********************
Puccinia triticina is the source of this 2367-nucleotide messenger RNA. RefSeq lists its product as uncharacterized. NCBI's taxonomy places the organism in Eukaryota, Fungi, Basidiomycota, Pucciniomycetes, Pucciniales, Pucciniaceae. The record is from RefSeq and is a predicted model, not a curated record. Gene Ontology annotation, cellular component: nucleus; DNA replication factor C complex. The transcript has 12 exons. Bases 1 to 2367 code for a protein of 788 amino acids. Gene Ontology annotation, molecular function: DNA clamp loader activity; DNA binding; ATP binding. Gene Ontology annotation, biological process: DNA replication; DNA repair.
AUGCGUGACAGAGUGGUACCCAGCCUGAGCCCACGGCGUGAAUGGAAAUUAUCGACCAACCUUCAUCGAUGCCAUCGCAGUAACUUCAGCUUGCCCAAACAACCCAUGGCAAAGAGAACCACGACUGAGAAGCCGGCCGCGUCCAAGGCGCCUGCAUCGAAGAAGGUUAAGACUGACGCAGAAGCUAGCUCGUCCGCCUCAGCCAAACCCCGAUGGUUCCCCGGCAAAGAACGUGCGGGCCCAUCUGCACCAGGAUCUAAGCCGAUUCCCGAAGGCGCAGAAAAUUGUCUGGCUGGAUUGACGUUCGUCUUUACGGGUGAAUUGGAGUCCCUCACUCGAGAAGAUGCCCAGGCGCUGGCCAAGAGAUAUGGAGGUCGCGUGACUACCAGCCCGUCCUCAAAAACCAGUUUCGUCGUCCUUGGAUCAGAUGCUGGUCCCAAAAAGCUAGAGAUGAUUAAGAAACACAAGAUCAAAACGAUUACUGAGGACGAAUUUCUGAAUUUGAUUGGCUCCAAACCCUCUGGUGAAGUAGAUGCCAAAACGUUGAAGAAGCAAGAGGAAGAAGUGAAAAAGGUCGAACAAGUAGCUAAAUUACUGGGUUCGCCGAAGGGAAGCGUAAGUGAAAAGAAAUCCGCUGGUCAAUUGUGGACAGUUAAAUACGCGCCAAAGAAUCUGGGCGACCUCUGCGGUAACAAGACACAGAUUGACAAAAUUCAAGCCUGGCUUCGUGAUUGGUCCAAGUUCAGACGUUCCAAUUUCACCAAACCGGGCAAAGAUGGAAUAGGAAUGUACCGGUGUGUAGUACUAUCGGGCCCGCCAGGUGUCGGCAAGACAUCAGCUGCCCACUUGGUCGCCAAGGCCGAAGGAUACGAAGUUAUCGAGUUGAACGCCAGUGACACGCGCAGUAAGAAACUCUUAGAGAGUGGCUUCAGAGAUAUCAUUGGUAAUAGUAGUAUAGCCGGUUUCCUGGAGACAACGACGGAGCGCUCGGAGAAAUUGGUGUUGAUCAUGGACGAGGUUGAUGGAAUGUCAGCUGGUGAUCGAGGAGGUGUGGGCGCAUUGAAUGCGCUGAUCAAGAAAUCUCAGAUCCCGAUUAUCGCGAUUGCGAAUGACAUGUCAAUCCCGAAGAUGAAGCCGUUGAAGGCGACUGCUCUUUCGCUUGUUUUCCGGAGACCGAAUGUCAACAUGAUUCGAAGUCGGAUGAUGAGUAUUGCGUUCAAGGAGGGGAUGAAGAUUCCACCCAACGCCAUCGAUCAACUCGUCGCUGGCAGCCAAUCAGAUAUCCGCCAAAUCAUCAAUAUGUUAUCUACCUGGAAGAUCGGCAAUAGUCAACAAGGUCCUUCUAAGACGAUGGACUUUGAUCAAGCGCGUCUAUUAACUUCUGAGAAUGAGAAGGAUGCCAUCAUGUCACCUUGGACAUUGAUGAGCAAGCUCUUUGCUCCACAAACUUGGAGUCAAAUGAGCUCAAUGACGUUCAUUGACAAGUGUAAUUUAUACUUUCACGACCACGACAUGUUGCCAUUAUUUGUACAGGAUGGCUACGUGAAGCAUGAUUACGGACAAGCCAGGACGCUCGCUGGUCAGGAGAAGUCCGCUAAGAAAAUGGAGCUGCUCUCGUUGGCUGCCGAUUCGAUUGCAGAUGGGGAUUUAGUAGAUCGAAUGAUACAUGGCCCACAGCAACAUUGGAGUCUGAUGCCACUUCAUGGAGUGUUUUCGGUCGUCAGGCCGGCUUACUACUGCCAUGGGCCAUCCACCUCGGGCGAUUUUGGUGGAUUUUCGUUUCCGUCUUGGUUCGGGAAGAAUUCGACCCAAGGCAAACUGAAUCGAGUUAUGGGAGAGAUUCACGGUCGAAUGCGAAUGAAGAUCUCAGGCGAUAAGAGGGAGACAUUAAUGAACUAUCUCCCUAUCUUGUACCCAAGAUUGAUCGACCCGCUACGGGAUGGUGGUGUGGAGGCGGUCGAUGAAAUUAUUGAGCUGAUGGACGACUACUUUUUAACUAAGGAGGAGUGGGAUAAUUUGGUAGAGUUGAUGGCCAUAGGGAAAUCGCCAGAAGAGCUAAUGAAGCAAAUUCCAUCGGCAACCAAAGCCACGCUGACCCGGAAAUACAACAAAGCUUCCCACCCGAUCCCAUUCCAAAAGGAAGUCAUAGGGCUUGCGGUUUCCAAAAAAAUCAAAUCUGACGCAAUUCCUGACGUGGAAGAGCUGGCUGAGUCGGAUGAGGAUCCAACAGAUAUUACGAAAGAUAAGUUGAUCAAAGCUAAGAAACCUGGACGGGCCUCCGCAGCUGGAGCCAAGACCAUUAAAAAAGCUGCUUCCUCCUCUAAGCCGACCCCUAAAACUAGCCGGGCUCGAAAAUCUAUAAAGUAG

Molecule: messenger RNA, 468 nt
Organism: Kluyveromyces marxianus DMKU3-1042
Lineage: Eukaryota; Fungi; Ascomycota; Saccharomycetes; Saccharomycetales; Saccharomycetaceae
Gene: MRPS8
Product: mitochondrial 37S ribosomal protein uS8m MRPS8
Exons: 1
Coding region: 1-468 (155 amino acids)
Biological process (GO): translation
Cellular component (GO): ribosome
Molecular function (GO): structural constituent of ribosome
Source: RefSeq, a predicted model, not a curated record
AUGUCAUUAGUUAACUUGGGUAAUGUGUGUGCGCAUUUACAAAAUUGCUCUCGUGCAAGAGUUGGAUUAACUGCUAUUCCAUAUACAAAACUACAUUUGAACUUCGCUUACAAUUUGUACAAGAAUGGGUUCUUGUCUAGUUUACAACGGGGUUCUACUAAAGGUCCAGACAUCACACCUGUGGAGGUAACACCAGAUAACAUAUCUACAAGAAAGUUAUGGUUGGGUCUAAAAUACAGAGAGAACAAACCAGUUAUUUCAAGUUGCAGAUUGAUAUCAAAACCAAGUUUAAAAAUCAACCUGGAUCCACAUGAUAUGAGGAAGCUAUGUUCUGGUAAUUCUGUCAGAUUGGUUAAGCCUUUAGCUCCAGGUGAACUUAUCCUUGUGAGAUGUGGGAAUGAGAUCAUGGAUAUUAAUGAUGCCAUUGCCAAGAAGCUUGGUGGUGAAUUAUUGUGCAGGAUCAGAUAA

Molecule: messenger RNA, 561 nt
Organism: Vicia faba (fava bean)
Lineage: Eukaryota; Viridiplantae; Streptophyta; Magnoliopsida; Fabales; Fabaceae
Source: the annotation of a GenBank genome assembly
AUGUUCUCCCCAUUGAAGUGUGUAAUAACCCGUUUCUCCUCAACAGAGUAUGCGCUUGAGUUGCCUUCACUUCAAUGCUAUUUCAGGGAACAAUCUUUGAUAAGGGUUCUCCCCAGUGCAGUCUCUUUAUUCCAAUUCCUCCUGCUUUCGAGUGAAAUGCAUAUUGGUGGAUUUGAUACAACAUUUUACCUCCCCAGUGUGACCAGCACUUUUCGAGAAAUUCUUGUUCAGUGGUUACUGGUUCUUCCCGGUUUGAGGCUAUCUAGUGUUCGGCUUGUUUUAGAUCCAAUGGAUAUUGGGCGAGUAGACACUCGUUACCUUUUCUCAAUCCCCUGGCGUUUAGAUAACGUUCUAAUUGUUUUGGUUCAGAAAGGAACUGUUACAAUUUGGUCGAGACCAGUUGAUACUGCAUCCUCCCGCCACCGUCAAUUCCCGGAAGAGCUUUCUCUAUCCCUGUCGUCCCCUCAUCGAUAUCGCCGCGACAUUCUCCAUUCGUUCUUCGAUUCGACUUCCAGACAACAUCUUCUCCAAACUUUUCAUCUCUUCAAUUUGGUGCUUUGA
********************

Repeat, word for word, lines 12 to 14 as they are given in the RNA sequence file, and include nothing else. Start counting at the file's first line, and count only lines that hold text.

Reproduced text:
Molecular function (GO): structural constituent of ribosome
Source: RefSeq, a predicted model, not a curated record
AUGUCAUUAGUUAACUUGGGUAAUGUGUGUGCGCAUUUACAAAAUUGCUCUCGUGCAAGAGUUGGAUUAACUGCUAUUCCAUAUACAAAACUACAUUUGAACUUCGCUUACAAUUUGUACAAGAAUGGGUUCUUGUCUAGUUUACAACGGGGUUCUACUAAAGGUCCAGACAUCACACCUGUGGAGGUAACACCAGAUAACAUAUCUACAAGAAAGUUAUGGUUGGGUCUAAAAUACAGAGAGAACAAACCAGUUAUUUCAAGUUGCAGAUUGAUAUCAAAACCAAGUUUAAAAAUCAACCUGGAUCCACAUGAUAUGAGGAAGCUAUGUUCUGGUAAUUCUGUCAGAUUGGUUAAGCCUUUAGCUCCAGGUGAACUUAUCCUUGUGAGAUGUGGGAAUGAGAUCAUGGAUAUUAAUGAUGCCAUUGCCAAGAAGCUUGGUGGUGAAUUAUUGUGCAGGAUCAGAUAA